When a team has lost four games in a row and six of seven, who is to say the program is making progress?
On the other hand, Virginia's football team went to Miami as a 14 1/2-point underdog Saturday night and did itself somewhat proud in a 19-14 loss at Hard Rock Stadium.
Nobody could say that UVa should have beaten 11th-ranked Miami, but the Cavaliers had an apparent touchdown reception nullified and, moments later, missed a field goal.
Maybe the best news for Cavalier fans was that they may not hear the term "concussion protocol" for a while.
That's what they had been hearing for the two weeks since quarterback Brennan Armstrong took a blow to the head Oct. 10 in Virginia's 38-21 home loss to North Carolina State.
Armstrong missed the second half of that game, as well as UVa's 40-23 loss at Wake Forest one week later. The Cavaliers had been seen as the favorite, although the line for the UVa-Wake game had flipped just before kickoff.
It seemed for certain that UVa's misery would continue when Miami needed only two plays and 28 seconds to take a 7-0 lead on a 43-yard touchdown pass from D'Eriq King to Mike Harley, who finished with 10 receptions for 170 yards.
At least part of that problem can be traced to injuries that left the Cavaliers without Joey Blount and Brenton Nelson, veteran defensive backs who were starters at the beginning of the season.
Still, it's hard to blame Virginia's loss on the defense. The Cavaliers were facing a Hurricanes' team that had scored 52 points against Florida State and 47 against Louisville.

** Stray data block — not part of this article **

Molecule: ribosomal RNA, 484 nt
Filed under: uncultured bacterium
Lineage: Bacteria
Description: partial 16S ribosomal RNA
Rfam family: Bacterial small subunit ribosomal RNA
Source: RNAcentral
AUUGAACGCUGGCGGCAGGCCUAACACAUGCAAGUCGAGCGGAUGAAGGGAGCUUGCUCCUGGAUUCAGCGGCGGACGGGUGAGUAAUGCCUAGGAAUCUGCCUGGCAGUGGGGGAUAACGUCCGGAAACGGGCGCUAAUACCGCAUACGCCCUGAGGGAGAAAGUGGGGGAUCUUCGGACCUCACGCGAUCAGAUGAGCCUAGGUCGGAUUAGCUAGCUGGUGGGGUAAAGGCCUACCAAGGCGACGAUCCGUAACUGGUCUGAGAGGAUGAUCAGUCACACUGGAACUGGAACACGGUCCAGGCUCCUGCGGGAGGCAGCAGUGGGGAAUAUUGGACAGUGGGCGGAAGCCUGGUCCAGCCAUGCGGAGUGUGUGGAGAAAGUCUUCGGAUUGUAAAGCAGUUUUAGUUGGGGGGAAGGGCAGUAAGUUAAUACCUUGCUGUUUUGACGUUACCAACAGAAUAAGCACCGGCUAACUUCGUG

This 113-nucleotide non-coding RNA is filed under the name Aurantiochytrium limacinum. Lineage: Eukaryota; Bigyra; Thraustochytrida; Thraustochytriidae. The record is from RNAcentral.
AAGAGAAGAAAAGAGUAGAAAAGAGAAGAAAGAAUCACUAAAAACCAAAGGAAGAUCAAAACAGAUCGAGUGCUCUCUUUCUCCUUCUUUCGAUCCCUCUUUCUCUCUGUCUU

It was the same UVa defense that had allowed 41, 38 and 40 points in its previous three games.
How Miami could gain 444 yards in total offense Saturday night and score only two touchdowns was another matter.
The play of the game for Virginia came with 3:38 remaining in the first half, when it appeared that Armstrong had connected with tight end Tony Poljan, a transfer from Central Michigan who already had caught one touchdown pass.
Presumably, that would have given Virginia a 14-10 lead, but the score was nullified because a second UVa tight end, Grant Misch, was penalized for heading downfield.
"We know we had a miscue with the touchdown called back," Armstrong was quoted after the game. "And, you know, we just can't have those. I mean, that's all on me. We've got to make sure everyone is situated."
It was unclear when Armstrong was removed from the concussion protocol but it did not appear as if he had suffered a dropoff.
He completed 16 of 30 passes for 181 yards and two touchdowns. He also had 15 carries for a game-high 91 yards and a touchdown.
Lindell Stone, the Cavaliers' starting quarterback one week earlier in the game, had started one week earlier at Wake Forest but did not see action.
Graduate transfer Keytaon Thompson and freshman Ira Armstead had a combined nine carries for 46 yards and remained part of the offense but attempted only one pass between them, a Thompson incompletion.
It was reported before the game that 6-foot-7 UVa freshman Lavel Davis, who has a team-high three touchdown receptions, would not be available. Davis had participated in the UVa-Wake game one week earlier but did not have a reception.
Virginia had announced before the game that four players had been tested positive for COVID-19 and would self-isolate for 10 days, but their identities were not reported.
Meanwhile, Virginia returned home to prepare for an 8 p.m. Saturday game with North Carolina, ranked 14th before a 48-21 victory over No. 23 North Carolina State.
The Cavaliers were 38-31 winners over North Carolina last year in Chapel Hill, but that was a UVa team at the beginning of a four-game winning streak.
The current four-game losing streak is not the first of the Mendenhall coaching era. The Cavaliers ended the 2016 season with seven straight losses and later went 0-4 to end the 2017 campaign.